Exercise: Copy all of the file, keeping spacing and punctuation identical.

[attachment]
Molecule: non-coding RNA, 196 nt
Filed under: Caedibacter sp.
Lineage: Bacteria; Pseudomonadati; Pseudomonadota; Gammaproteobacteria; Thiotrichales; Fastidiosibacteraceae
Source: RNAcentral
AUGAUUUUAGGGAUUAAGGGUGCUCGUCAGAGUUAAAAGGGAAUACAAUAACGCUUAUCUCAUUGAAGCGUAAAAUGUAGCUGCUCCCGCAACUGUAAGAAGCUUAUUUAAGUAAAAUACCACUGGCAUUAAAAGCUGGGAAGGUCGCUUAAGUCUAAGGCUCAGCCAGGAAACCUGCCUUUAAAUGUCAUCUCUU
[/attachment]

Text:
Molecule: non-coding RNA, 196 nt
Filed under: Caedibacter sp.
Lineage: Bacteria; Pseudomonadati; Pseudomonadota; Gammaproteobacteria; Thiotrichales; Fastidiosibacteraceae
Source: RNAcentral
AUGAUUUUAGGGAUUAAGGGUGCUCGUCAGAGUUAAAAGGGAAUACAAUAACGCUUAUCUCAUUGAAGCGUAAAAUGUAGCUGCUCCCGCAACUGUAAGAAGCUUAUUUAAGUAAAAUACCACUGGCAUUAAAAGCUGGGAAGGUCGCUUAAGUCUAAGGCUCAGCCAGGAAACCUGCCUUUAAAUGUCAUCUCUU